We’ve talked about whitespace before in more depth previously, but the simplified version can be thought of as follows: Regardless of the topic area, your audience will consist of human beings. Human beings with a very typical amount of human focus capacity. As people move from one situation to the next, it can be difficult to adapt. They need help to “zero in” sometimes. Really, most of the time. Visual whitespace is the blank area around what you want to say. Visually, this can be a matter of paying attention to margins and the spacing of images in relation to the text. This is visual macro spacing. On the other end of the spectrum are more the more granular details of micro spacing. This includes considerations like the font typeface used for body text, and also things like the amount of space in between the letters. Depending on who designed your CSS for your website, the body text, for example, may not actually be appropriate for long-term reading. Having a font designed specifically for body text means one that is easy on the eyes and allows the text to flow into ideas in the mind of the reader. And last but not least, avoid clumping too many sentences together for your intended audience’s realistic literacy and focus. Less is more here, as well. When dealing with micro spacing options, keep in mind that it’s okay to copy one or more successful magazines out there at first. Right-clicking to inspect the CSS is a nice and convenient little cheat for this, BTW. Once you have a better grasp on granular micro space options, you can perhaps make some conscious choices to improve the flow of readability of the text from there.
Mental white space
A white space consideration less frequently discussed is mental white space. It’s just as important as the visual kind, though it is revealed only by the ways your reader is presented the actual information. This allows the magazine to keep content varied and colorful, while also keeping it focused. Writing guidelines can help. If it’s a commercial magazine focused on products or services, bear that in mind as content is outlined. Writers should typically stick to the outline and avoid tangents. The same could be true of avoiding product mentions in a topic that is general or instructional. Good mental white space allows the topic to stand out, not be cluttered with invading topics or genres of writing.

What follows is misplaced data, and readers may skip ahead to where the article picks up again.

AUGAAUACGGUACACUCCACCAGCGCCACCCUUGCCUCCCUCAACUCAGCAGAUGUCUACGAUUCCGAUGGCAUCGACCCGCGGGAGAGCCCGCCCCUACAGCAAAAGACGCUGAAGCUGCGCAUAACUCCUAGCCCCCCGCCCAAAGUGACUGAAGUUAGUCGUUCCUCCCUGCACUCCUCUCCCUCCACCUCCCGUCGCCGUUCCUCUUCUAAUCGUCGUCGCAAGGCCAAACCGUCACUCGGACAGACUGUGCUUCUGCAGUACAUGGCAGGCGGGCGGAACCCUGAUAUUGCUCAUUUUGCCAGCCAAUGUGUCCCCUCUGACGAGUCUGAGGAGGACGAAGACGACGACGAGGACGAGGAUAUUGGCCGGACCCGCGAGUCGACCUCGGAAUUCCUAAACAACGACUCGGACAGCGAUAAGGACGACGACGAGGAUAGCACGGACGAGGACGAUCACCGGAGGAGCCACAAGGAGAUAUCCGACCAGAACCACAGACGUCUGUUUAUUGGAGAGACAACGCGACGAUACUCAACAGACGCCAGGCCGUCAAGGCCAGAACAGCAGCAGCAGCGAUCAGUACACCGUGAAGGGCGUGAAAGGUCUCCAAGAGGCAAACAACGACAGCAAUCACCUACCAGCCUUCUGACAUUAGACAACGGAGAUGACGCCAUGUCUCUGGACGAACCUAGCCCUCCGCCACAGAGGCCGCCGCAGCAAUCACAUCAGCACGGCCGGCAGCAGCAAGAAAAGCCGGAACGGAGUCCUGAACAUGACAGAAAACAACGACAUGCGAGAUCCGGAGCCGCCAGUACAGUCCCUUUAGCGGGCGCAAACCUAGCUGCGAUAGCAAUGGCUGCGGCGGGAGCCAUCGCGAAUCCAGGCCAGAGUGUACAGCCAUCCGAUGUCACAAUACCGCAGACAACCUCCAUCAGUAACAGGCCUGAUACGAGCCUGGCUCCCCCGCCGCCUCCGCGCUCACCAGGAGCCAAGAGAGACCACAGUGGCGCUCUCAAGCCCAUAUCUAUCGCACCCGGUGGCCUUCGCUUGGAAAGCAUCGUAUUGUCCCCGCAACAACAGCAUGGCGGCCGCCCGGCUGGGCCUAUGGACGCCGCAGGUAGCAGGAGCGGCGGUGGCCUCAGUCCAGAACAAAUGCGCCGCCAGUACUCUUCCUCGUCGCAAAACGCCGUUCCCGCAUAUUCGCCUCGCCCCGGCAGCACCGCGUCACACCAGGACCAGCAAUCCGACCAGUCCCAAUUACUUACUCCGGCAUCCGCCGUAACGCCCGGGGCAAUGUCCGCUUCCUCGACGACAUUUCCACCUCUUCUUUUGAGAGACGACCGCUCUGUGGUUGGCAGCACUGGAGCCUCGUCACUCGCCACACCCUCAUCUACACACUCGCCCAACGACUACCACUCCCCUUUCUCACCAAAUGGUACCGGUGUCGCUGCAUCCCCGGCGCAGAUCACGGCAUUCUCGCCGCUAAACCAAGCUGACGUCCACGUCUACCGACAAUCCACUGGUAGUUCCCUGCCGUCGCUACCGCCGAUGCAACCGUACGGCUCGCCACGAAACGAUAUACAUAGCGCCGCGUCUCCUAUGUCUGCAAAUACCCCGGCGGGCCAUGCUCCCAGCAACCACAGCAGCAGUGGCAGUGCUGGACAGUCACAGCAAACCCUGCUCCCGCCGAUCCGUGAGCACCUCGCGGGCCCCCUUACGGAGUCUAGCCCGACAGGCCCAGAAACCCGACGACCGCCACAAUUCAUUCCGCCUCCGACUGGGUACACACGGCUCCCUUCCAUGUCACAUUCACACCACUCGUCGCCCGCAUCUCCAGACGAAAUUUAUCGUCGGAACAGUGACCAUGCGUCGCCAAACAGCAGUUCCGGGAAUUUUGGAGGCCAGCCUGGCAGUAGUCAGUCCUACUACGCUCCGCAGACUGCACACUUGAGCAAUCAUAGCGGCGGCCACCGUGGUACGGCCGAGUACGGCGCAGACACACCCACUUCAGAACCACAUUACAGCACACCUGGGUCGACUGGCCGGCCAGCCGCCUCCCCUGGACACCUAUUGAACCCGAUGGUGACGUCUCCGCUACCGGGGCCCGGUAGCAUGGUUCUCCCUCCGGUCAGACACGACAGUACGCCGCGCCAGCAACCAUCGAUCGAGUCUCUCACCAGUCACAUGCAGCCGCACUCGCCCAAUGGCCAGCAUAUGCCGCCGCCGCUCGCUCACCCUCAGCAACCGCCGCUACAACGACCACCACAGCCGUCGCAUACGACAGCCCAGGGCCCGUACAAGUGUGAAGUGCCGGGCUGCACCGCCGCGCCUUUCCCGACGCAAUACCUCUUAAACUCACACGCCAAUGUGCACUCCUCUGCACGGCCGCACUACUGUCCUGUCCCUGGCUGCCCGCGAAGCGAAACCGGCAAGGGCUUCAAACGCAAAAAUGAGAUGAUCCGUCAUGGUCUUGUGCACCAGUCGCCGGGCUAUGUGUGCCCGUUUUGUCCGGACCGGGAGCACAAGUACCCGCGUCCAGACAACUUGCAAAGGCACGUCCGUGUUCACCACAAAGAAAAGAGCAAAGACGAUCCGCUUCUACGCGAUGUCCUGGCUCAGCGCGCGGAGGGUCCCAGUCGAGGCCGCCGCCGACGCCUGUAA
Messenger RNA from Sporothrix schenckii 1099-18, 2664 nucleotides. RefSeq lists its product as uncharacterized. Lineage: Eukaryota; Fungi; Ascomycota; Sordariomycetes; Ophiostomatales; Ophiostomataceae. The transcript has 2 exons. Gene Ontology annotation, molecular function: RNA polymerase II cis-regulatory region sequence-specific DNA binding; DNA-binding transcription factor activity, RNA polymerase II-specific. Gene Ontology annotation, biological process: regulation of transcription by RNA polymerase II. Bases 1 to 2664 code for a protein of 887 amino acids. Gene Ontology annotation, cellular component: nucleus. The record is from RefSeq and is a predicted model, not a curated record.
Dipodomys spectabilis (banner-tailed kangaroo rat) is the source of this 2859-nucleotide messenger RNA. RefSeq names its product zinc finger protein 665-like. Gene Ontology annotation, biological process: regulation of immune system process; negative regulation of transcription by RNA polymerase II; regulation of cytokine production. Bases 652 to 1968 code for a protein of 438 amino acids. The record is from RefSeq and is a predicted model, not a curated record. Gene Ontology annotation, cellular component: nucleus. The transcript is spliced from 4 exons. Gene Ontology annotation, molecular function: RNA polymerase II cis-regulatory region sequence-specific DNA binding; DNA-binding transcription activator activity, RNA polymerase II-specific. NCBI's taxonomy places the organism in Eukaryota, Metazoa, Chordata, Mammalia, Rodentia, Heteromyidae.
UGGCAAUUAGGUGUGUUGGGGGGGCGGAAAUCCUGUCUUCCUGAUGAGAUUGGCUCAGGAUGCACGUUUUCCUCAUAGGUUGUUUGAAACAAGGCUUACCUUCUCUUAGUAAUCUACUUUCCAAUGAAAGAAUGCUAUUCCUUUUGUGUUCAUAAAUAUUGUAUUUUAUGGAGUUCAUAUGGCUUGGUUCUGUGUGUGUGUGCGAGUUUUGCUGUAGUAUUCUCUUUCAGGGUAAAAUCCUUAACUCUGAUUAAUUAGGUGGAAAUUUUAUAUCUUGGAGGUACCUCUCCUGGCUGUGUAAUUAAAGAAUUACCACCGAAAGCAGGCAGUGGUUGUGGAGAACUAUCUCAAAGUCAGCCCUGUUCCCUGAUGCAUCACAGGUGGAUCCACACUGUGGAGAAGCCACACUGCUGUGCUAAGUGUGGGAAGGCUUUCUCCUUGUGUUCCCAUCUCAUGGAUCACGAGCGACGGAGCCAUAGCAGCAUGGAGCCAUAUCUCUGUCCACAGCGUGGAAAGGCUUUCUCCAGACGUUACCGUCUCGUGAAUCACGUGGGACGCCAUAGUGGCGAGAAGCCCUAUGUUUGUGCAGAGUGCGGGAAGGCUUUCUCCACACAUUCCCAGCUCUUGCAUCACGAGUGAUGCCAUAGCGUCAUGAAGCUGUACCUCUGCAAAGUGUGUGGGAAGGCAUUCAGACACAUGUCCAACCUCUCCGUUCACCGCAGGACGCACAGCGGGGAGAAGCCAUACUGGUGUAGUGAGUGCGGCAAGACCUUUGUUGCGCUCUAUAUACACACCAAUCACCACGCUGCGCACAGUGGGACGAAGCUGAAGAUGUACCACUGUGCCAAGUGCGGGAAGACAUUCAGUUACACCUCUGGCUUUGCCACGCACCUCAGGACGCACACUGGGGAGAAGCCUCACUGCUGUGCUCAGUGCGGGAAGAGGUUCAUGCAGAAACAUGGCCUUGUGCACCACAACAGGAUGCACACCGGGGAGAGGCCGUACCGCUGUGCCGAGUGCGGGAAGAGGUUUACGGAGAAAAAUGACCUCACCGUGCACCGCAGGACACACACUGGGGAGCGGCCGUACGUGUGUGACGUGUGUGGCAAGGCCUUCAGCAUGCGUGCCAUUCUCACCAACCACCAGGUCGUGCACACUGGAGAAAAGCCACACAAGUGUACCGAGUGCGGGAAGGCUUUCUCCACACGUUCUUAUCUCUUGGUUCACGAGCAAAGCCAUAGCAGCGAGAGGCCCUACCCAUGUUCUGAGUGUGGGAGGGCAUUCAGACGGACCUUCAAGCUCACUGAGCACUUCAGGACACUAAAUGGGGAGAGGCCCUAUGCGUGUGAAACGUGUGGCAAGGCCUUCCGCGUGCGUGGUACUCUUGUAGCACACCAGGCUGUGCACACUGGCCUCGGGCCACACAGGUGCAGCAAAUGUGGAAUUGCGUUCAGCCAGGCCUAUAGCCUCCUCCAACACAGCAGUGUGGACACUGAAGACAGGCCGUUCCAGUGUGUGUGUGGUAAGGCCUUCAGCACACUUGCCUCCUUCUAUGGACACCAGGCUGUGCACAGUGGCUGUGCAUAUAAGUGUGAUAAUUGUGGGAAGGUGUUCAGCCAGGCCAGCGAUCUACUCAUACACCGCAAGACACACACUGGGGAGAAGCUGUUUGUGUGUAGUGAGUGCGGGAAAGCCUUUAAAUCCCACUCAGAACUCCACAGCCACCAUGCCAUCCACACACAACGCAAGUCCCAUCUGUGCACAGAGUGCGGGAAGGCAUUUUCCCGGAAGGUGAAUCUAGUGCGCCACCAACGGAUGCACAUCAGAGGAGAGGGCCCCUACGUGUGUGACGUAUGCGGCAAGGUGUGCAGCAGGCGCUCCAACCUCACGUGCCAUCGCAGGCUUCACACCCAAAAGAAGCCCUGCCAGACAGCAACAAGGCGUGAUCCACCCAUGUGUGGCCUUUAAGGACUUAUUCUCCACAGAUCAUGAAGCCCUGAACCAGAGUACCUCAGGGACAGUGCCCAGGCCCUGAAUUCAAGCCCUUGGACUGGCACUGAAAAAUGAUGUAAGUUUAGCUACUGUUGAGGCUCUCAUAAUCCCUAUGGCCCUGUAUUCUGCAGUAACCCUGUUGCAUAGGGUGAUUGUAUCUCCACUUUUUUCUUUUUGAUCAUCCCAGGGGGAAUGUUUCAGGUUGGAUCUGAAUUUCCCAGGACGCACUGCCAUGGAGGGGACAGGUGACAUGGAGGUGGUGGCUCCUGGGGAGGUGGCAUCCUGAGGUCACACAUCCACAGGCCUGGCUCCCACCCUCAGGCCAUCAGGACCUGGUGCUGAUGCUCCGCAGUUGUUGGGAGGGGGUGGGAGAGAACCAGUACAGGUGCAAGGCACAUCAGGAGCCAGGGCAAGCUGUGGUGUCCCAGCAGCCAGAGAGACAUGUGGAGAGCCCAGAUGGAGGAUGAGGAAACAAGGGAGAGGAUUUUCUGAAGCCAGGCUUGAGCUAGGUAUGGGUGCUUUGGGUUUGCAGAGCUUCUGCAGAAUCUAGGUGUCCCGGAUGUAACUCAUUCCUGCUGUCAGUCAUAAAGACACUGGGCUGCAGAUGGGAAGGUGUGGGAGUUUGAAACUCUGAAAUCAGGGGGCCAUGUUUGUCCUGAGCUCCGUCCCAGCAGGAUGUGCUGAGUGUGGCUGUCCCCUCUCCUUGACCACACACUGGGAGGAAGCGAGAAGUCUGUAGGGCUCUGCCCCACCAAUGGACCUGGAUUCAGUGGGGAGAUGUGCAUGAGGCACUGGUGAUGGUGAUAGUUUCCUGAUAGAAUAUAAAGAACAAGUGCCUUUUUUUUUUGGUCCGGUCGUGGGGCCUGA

What is quality content? Well, for starters, it means selecting topics for consideration carefully. A review board might be useful to help support the editor in deciding which topics need covering. How do topics get selected? Who should be the first link in that decision-making chain? Certainly, past successes should be a factor, but what about adding new sub-topics? Also there’s this consideration. And it’s a big one: How will you decide what your audience wants if you are still ramping up to meeting the need?
Using trending topics within your industry?
One great way to improve the quality of your content is to look at some research tools out there. Find those that speak to the popularity of trending topics. Match those with your audience using the alignment of relevant SEO keywords and the kind of tone that works with your target reader.
How do you use keyword trends to bolster magazine article titles?